Dr. Martin Luther King Jr.'s historic struggle to secure voting rights for all citizens is the part of his legacy that comes to mind most often when we remember his impact on our lives today.
This remembrance is appropriate because it reflects on his greatest success — one that we see reflected in our own communities here in Pinellas County. Challenges to voter registration and voting access have been rigorously confronted, resulting in record high participation by minorities in our elections.
For me, the part of the King legacy that should demand far greater attention is that associated with economic justice, specifically employment and career preparation. At the time of King's tragic assassination he was devoting his primary energies to poverty, jobs and economic justice. He urged his followers not to rest, that the American Dream is much more than overcoming hideous segregation, and it only just begins with the right to vote. The complete American Dream is one of self-fulfillment, of dignity. He said:
"Dignity is corroded by poverty, no matter how poetically we invest the humble with simple graces and charm. No worker can maintain his morale or sustain his spirit if in the marketplace his capacities are declared to be worthless to society."
If the challenge to employment and economic security was hard some 35 years ago, it is harder today — made so by globalization and a wired world. The premium today is education and training: Unskilled employment runs like water to the lowest points anywhere in the world.
Our economic recovery in the state and nation reflects a frustrating slow growth in opportunities for employment. This sluggishness falls disproportionately on our fellow citizens with the lowest levels of preparation, experience and education. And the sad reality is that those three descriptors are too often the areas of greatest need among our African-American, Hispanic and youth populations. Today in Pinellas County, our unemployment rate is 7.8 percent. For African-Americans, the rate is almost double — 14.3 percent. For young African-Americans, the rate is more than 20 percent, according to the Pinellas County Urban League. Sadly, the actual rates are even greater because many of the unemployed have given up looking for a job.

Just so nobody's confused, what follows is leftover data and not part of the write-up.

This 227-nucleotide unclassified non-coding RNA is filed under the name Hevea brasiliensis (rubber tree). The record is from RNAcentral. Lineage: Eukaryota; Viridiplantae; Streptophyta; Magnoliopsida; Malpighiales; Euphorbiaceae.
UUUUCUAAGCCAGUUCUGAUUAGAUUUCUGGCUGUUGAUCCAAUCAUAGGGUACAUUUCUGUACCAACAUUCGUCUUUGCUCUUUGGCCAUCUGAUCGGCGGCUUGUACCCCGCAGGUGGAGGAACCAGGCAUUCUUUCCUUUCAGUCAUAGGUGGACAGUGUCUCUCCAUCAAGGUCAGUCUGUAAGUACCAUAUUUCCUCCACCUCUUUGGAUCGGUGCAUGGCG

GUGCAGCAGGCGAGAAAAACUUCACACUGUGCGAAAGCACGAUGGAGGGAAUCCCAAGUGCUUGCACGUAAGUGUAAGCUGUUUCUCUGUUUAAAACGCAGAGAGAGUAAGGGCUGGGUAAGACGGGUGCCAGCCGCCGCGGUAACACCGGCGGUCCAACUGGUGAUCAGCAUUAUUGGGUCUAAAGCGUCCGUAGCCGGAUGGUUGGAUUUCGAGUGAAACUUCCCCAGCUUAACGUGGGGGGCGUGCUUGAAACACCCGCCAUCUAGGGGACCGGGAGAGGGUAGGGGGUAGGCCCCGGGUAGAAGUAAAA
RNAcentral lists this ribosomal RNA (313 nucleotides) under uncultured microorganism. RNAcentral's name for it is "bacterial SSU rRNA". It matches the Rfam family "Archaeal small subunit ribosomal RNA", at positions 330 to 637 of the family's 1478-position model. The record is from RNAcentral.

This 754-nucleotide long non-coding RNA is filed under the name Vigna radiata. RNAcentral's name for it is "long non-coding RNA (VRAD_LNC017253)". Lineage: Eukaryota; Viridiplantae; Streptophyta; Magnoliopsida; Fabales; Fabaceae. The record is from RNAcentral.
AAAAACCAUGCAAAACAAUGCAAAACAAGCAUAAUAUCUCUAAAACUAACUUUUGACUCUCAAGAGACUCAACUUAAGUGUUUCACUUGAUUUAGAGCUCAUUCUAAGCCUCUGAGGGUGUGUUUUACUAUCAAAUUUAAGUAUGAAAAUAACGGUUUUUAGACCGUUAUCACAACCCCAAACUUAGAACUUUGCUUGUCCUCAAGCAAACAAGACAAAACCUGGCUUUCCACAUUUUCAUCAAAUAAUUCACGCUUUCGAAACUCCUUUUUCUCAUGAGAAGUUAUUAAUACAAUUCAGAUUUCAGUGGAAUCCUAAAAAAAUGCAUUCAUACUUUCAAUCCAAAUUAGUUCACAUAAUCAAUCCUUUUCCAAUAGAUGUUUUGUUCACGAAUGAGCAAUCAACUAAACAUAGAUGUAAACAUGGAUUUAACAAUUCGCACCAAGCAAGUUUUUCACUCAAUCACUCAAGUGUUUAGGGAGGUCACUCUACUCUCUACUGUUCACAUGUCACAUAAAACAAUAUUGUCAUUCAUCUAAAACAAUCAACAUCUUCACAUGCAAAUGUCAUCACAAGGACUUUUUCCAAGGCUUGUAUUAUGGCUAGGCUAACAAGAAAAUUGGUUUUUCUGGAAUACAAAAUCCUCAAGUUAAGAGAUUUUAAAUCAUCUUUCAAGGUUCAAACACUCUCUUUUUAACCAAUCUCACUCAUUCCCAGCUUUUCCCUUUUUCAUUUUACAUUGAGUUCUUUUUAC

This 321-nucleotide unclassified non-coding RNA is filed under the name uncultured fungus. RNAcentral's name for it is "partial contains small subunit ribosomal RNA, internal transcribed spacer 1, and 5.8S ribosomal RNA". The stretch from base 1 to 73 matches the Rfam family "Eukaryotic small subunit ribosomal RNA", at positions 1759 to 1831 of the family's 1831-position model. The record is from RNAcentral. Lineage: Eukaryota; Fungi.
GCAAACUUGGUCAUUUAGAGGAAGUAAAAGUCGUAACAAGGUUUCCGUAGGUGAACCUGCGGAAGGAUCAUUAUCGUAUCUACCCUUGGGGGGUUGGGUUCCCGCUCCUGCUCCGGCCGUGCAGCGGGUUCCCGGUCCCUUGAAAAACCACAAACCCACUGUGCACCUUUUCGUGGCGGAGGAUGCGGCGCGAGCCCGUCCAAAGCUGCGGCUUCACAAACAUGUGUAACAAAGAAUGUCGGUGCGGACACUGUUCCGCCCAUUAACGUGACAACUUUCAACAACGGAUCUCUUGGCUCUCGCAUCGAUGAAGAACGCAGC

Our college has a long history in educational preparation for associate and baccalaureate degrees. These portions of our mission are important components of a workforce strategy, but they leave behind the opportunity to help thousands of citizens find productive employment without committing years for study or having to borrow thousands of dollars.
We must refocus on urgent, timely and effective activities to put people to work. At St. Petersburg College we're proceeding on a number of paths that we expect will bring renewed hope to those who might be experiencing the corrosion of dignity, as Dr. King so rightly spoke of.
First, we are expanding the number of short-term training programs that lead to certificates recognized by industry and employers. Our newly opened Center for Collaborative Technologies gives us a much stronger base in manufacturing-related training, an area where a large number of jobs exist in Pinellas and surrounding counties. We also are seeking to expand into areas where jobs exist but where training has been lacking — entry-level positions in health care, information and computer technology, and public safety. These areas have nationally recognized certifications that employers demand as a qualification for jobs that exist.
Second, St. Petersburg College continues to expand our Learn to Earn program, whose short-term courses and training lead to skills fundamental to getting hired in today's market. These include work in word processing, spreadsheets, databases, project management, graphic design, manufacturing and health care.
Most important, we are expanding student support and will award financial aid for a number of these certificate programs. We want to be proactive in the certificate arena as a logical extension of our existing workforce mission. To be effective in this venture, we'll need to be attuned to the dignity of the worker and less concerned with credit hours and degrees.
We join today with the inspiring work of Dr. King, who at the end of a particularly challenging day was asked if he had lost heart. He told his questioner — and he tells us today — that no, he hadn't lost heart:
"I know my place! I stand in the sunlight of opportunity."
Bill Law is president of St. Petersburg College.